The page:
Can you share any insights into how you choose titles for your compositions or albums?

I find titles very difficult, especially for albums. I take a lot of care in choosing album titles that carry a certain vague weight or concept; something that may mean a variety of different things to different people. Not entirely on purpose, I got into only restricting Helios album titles to one esoteric word, which is a fun challenge. Song titles are easier with lyrics in regard to the Mint Julep material, but with instrumental work it's difficult, so I tend to try and come up with a phrase or word that seems to encapsulate what I think the song feels like. Hollie is also really good at titles, so every now and then I get to pull from her archive.

How do you balance the demands of your musical career with your personal life and other interests?

Having children sometimes means that a level of uncertainty or anarchy in one's schedule is unavoidable. I am able to balance that well at times and other times not. It's a constant push and pull. I get obsessive and hyper focused about music, which can be a good thing, but sometimes I need to really remind myself to pick up a book or go for a walk instead of always giving into the compulsion to sit behind the piano or have a guitar in my hand. 

How do you feel technology has influenced the way you compose and produce music?

It has always been a huge part of how I write music. I began writing electronic music on 90s computers with very minimal gear/software, so I had to learn to squeeze humanity out of a small set of tools. Before I taught myself to play piano, I used my qwerty keyboard to input notes and chords. I wrote my first two Helios albums that way. As much as I rely on technology, I keep the tools that I have simple because I am always more interested in ideas rather than gear, so if a set of sounds works to achieve what I need aesthetically, then I don't feel the need to constantly search for sounds or fiddle with things and I can prioritize the composition.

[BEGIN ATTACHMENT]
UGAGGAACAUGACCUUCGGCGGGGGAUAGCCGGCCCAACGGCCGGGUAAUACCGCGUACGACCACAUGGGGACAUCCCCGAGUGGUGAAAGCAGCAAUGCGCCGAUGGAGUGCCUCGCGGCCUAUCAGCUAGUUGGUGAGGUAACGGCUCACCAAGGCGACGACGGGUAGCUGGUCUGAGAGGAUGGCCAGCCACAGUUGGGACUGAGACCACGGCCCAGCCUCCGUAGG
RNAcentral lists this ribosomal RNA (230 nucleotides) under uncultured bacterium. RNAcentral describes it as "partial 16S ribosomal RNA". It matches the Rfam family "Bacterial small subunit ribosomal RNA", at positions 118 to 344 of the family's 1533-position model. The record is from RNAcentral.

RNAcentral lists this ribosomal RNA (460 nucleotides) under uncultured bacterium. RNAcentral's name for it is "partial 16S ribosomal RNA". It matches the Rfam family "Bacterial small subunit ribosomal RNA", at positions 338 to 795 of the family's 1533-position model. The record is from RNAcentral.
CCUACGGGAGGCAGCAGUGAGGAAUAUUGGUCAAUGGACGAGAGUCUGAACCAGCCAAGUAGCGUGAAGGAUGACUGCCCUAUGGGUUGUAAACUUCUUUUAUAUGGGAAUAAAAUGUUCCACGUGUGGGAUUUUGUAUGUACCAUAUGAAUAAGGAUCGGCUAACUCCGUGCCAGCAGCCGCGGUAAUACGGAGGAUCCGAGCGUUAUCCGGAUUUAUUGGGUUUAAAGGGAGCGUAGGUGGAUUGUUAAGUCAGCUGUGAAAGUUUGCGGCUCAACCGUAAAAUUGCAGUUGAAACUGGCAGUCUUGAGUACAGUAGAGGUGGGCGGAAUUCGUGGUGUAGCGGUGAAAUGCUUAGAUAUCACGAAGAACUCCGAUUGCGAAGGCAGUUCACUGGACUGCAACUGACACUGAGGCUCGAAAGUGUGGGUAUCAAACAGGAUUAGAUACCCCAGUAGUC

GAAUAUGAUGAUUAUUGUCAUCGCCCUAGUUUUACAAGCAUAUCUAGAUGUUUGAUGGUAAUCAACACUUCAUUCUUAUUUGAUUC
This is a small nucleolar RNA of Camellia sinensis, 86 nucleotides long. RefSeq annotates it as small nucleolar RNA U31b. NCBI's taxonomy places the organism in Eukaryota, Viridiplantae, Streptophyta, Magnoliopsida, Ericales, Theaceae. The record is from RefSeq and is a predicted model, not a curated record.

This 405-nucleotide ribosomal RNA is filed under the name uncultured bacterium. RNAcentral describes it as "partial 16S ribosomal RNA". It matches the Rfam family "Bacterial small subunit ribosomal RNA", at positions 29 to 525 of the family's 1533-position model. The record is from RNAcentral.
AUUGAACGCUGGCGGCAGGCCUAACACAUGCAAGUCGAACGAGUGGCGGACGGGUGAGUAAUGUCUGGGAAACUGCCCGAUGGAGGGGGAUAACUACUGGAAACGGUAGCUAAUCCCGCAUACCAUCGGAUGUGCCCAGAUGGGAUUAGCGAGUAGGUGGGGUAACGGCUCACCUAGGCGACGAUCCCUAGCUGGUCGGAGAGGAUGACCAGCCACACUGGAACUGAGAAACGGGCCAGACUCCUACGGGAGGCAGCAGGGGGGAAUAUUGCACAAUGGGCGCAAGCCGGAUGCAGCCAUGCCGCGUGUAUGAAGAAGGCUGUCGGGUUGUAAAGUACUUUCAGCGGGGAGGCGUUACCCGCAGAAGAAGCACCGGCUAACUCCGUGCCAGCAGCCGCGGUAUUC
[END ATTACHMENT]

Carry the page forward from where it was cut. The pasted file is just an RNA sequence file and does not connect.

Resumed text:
Can you tell us about any upcoming projects or releases that you're particularly excited about?

I have just completed a new album under my Goldmund moniker that I'm hoping to get out this year. It'll be a bit of a change from usual as I will be featuring strings on every song, but still exists in the same world as previous work. Hollie and I have a new Mint Julep in the pipeline and we are also working on an ambient project together which will be out sometime this year that I'm excited about. There are various film/ad projects in the works as well. 

Finally, from your perspective, what is the meaning of life?

Impact. We will be forgotten, but the impact we have on others and what we did when we were here is all that we seem to have in our power to control. That impact that we have can have exponential influence on what comes after. One thing that I feel certain of is that art, in its various forms, is a clearer indication and communicator of the human condition than language will ever be. I consider myself very lucky to have found the kind of solace and purpose that creating and sharing with others offers.